Remember the scene in This is Spinal Tap when guitarist Nigel Tufnel showed off amplifiers whose volume went all the way up to 11? Well it looks as though Kingston has taken a similar approach with its new DataTraveler HyperX Predator 3.0 flash drive that can store as much as 1TB — yes, that’s one terabyte — of data. Needless to say, such an enormous flash drive packs some decent speed as well and Kingston says it delivers a maximum 240Mbps read speed and a 160Mbps write speed. Kingston hasn’t yet announced pricing for its 1TB flash drive, but given that its 512GB drive sells for $1337, then it’s highly likely that the 1TB version will be in the $2,500 range.
Although NAND flash, the storage that’s found in smartphones, tablets and many computers today, is faster than traditional platter-based hard drives, it does have its limitations as well. For starters, NAND flash storage is usually only good for about 10,000 read/write cycles before it fails. Taiwanese engineers from Macronix plan to announce at the 2012 IEEE International Electron Devices Meeting that it has figured out how to improve NAND flash storage read/write cycles from 10,000 to 100 million cycles using a “self-healing” process that uses a flash chip with “onboard heaters that could anneal small groups of memory cells.” The result is a chip that can be erased and rewritten on over and over, even when it should theoretically break down. As promising as Macronix’s breakthrough could be for the mobile industry, there are no plans for a commercial product to be released any time in the near future.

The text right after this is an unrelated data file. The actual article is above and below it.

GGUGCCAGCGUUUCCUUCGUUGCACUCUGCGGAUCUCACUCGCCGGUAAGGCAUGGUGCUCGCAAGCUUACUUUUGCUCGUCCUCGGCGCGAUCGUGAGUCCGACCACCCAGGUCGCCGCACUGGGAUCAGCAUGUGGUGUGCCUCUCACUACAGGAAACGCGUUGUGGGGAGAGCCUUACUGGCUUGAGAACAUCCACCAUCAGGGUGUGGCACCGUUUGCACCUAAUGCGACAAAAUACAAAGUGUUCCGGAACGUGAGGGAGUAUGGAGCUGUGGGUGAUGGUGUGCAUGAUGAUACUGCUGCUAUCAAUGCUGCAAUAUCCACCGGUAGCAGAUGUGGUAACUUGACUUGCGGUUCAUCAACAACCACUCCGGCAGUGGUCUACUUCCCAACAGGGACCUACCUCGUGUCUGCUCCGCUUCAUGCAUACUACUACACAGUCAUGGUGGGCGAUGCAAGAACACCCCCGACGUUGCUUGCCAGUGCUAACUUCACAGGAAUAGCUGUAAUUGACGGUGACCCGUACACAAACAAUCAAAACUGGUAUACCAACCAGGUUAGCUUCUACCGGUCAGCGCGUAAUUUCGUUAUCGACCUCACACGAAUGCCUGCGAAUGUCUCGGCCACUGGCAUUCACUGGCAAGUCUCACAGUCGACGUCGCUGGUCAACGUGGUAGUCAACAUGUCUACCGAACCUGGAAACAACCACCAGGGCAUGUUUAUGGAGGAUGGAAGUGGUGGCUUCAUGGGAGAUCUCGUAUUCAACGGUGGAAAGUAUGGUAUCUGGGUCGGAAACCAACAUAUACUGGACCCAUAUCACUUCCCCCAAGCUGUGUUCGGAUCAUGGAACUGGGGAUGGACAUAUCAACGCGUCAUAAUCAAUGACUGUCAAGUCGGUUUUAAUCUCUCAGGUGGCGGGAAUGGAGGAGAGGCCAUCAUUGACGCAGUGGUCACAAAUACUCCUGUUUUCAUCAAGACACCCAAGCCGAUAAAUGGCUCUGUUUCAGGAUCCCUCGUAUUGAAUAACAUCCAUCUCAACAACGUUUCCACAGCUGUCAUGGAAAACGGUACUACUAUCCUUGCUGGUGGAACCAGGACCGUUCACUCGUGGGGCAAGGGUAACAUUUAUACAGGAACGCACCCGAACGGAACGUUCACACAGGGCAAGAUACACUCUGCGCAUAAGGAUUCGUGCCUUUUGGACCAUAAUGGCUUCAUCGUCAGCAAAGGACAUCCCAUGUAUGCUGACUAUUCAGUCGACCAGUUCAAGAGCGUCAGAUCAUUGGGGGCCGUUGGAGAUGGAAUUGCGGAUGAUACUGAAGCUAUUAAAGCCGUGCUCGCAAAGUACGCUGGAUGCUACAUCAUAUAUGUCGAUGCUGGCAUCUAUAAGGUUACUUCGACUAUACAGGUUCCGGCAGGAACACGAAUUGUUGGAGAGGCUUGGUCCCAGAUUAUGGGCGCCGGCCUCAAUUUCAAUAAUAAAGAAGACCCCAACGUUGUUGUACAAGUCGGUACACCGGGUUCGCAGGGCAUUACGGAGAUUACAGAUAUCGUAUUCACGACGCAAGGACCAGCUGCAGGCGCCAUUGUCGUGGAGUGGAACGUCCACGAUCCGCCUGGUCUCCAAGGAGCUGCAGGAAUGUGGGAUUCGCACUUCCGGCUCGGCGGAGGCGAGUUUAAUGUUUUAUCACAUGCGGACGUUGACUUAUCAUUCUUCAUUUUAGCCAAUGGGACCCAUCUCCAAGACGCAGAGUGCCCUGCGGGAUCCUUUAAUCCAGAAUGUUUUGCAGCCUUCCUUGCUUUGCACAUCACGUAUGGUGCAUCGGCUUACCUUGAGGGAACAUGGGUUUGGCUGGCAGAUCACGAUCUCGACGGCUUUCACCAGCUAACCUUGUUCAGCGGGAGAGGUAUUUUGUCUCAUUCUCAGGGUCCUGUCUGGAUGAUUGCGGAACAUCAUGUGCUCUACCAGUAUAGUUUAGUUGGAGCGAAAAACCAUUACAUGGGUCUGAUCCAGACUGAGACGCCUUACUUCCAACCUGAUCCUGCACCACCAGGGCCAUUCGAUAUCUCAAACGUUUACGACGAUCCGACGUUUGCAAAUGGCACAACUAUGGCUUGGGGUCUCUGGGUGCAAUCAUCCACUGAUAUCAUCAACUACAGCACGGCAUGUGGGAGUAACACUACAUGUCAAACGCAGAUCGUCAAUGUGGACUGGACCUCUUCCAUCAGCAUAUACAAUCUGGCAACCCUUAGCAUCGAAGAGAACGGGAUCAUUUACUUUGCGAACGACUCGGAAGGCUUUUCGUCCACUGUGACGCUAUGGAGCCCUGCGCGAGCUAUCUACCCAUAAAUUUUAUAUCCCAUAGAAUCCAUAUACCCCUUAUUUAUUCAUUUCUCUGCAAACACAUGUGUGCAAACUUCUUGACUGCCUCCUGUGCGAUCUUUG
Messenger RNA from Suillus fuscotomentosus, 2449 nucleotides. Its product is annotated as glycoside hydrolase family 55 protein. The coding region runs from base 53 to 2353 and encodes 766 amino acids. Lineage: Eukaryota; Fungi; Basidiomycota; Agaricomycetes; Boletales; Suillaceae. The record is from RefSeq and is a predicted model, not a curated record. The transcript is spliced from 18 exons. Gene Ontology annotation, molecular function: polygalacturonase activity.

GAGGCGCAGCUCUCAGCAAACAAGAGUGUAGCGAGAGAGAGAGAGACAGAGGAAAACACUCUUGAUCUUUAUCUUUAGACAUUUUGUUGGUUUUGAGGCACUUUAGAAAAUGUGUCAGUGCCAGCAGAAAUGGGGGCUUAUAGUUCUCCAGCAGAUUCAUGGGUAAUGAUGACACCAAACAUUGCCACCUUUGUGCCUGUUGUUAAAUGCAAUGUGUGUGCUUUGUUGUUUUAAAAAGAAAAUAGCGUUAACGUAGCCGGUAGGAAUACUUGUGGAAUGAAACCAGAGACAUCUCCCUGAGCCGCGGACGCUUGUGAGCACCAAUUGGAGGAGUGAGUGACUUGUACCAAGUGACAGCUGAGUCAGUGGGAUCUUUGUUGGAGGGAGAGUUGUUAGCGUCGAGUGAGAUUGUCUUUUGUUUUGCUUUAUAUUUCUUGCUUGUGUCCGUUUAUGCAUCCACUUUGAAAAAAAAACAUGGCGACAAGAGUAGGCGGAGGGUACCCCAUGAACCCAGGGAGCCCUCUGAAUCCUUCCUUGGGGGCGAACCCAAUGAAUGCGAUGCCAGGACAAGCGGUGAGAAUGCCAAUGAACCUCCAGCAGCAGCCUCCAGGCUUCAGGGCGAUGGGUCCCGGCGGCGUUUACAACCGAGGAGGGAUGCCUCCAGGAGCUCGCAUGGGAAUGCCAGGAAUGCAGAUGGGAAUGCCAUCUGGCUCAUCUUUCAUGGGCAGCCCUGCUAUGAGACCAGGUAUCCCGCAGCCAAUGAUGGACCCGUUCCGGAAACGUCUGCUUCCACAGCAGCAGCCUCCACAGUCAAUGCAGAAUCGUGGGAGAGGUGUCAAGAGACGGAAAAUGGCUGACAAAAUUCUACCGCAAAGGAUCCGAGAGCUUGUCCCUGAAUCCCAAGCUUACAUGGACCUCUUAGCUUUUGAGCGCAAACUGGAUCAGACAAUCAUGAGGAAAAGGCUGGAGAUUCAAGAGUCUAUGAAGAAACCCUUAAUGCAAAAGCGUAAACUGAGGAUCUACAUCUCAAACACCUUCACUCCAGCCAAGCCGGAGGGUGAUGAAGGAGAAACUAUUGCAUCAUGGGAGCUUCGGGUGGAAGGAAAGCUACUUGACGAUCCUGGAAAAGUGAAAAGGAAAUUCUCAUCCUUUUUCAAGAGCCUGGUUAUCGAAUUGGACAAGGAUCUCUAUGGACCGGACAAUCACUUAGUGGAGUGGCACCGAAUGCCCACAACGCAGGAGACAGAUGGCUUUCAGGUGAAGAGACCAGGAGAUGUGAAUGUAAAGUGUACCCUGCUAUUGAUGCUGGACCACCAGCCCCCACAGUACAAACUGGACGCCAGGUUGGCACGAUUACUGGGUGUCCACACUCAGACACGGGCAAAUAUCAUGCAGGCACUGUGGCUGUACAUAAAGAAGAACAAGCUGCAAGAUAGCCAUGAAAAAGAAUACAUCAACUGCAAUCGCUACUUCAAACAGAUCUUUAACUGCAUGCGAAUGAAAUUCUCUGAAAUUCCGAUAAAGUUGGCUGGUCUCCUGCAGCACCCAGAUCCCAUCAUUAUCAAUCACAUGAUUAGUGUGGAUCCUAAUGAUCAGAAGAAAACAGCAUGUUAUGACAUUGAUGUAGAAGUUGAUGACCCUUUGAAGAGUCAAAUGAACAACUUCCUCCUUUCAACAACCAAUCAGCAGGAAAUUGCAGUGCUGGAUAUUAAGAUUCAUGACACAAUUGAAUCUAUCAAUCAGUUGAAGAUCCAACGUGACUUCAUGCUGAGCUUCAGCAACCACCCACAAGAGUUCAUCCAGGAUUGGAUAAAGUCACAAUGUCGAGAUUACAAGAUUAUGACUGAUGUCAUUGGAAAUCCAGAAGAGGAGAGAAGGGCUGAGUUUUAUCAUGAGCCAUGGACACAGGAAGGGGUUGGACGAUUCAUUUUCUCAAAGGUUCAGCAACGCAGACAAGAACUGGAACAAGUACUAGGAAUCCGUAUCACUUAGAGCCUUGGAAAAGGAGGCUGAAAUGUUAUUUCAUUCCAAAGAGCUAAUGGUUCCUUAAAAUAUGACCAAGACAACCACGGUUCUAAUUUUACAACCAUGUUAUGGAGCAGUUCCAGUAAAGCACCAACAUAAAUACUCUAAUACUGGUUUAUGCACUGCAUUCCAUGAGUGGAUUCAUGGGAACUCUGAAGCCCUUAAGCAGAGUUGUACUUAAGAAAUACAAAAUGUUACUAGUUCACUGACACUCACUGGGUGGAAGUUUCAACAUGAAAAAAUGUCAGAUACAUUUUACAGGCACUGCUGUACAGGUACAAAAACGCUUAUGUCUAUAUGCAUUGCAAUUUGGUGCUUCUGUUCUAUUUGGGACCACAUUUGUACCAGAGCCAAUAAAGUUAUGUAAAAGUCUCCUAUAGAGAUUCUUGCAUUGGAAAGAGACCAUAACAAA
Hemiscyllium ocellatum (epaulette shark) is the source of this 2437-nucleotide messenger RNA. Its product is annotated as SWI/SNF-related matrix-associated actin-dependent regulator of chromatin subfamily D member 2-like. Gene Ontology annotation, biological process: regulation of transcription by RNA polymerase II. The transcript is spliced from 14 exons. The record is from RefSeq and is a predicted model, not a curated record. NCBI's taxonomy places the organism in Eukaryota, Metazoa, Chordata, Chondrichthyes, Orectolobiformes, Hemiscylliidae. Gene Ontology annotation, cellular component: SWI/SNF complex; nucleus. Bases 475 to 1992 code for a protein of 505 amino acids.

One of the reasons ultrabook prices are so high is because their solid-state storage drives, which offer improved performance and reliability over traditional spinning hard drives, are so costly to vendors. The current generation of solid-state drives are cheaper than ever, however, and multiple companies are now offering drives lower than the dollar-per-gigabyte threshold, according to a study from The Tech Report. The publication analyzed pricing data that was compiled by Camelegg from early 2011 through June 2012, and found that the average price of flash storage drives has fallen 48% over the past year. If the current pricing trend of solid-state drives continues, ultrabook prices may finally drop to a more reasonable level. Earlier reports have indicated otherwise, though. More →